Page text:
|Table of contents|
2 Choral music
3 Famous choirs
4 Important choral works
Structure of choirs
Choirs are often led by a conductor or choirmaster. Most often choirs consist of four parts but there is no limit to the number of possible parts. However, other than four, the most common number of parts is three, five, six and eight.
Choirs can sing with or without instrumental accompaniment. Singing without accompaniment is called a cappella singing. When singing with instrumental accompaniment, the accompanying instruments can consist of practically any instruments, one or several. For rehersals, a piano accompaniment is often used even if a different instrumentation is planned for performance.
There exists a large number of different types of choirs, among others:
One of the first great choral composers was Claudio Monteverdi (1567 - 1643), a master of counterpoint, who conclusively showed some of what could be done with choirs and many other musical ensembles. Monteverdi, together with Heinrich Schütz (1585-1672), demonstrated how music can support and reinforce the message of the lyrics. They both composed a large number of music for both a cappella choir as well as choirs accompanied by different ensembles.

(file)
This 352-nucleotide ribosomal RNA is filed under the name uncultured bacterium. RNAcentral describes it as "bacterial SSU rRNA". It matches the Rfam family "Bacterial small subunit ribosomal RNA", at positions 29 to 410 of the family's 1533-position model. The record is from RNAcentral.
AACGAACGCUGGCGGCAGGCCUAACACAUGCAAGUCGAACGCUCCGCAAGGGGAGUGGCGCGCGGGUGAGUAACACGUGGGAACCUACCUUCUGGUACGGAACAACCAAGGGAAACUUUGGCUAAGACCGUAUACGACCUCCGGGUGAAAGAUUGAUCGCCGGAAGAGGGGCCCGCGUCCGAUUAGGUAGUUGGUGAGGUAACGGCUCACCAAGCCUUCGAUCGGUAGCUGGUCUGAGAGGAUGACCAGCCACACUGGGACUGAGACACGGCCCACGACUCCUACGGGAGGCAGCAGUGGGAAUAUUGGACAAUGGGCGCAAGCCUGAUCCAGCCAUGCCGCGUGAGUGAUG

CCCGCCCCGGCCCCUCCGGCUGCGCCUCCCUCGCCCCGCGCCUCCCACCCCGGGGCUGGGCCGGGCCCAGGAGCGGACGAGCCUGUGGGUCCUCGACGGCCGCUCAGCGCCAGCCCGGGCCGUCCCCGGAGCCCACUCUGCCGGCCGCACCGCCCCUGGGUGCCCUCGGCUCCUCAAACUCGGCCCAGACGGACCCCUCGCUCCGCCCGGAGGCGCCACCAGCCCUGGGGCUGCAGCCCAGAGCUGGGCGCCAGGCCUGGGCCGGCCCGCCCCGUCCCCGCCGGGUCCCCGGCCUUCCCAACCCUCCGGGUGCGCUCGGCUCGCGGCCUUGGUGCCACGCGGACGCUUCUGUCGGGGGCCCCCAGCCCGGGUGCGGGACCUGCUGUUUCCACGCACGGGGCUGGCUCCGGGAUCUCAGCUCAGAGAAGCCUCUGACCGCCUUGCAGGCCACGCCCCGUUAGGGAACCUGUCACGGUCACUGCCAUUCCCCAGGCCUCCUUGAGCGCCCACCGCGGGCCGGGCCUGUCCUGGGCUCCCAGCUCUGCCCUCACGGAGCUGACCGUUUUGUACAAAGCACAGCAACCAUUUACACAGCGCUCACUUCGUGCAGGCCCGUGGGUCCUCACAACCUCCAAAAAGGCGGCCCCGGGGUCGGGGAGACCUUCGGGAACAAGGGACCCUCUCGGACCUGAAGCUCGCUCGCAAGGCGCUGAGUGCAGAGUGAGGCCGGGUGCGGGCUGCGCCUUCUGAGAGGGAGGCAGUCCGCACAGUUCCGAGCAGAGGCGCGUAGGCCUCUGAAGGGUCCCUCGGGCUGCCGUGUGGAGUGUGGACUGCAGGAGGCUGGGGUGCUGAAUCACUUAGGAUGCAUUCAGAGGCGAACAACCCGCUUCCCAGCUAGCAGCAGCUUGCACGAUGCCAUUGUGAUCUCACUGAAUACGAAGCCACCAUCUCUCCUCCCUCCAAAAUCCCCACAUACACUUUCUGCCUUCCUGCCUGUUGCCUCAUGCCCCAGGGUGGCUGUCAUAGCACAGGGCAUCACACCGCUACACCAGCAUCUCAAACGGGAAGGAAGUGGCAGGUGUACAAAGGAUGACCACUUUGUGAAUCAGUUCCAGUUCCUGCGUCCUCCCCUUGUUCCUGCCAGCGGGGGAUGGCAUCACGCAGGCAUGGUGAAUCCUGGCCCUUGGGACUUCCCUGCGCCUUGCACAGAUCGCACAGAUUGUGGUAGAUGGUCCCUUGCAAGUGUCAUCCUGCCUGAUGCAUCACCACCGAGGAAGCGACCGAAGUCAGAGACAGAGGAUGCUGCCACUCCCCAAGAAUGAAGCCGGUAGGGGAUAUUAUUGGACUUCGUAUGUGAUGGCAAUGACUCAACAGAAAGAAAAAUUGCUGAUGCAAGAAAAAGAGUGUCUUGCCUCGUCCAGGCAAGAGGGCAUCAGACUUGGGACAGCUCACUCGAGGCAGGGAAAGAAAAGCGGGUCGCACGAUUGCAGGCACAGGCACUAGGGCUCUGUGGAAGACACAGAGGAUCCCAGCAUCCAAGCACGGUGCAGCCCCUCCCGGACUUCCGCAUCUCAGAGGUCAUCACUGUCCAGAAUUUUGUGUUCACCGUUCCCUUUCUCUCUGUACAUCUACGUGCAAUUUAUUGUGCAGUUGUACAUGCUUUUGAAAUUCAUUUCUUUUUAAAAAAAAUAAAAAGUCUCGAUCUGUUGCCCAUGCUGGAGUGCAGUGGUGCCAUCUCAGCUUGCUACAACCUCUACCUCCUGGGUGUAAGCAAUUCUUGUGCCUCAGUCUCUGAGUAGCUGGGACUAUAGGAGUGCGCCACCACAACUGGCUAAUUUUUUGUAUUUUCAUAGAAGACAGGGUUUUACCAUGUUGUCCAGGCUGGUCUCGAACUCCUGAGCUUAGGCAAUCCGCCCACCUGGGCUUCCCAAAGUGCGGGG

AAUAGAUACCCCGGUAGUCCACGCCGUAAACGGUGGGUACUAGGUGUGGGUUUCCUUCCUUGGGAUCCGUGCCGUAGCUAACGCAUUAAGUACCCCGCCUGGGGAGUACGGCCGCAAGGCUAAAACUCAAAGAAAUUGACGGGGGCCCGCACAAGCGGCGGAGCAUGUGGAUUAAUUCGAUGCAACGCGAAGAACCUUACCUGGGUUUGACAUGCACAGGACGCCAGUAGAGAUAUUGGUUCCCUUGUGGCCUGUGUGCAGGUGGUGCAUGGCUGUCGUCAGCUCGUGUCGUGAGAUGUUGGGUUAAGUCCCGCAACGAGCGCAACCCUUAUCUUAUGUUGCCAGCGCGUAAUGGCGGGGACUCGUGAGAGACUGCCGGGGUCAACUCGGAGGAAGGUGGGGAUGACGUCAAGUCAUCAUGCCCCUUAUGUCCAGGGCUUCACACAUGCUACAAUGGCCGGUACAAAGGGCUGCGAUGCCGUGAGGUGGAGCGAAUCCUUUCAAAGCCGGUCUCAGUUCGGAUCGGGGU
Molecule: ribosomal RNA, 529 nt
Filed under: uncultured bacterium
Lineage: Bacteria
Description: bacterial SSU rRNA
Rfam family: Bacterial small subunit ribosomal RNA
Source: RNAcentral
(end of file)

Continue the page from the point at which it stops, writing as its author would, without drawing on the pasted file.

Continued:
A century later, Johann Sebastian Bach (1685-1750) was the next to make his prominent mark in history. Due to his work as a cantor, he came to compose an overwhelming amount of sacred choral music: cantatas, motets, passions and other music. He is also famous for his vast output in chorales, essentially stylistically harmonised hymn-tunes. Bach's influence through his choral writing on the development of classical harmony is not to be underestimated.
Important choral works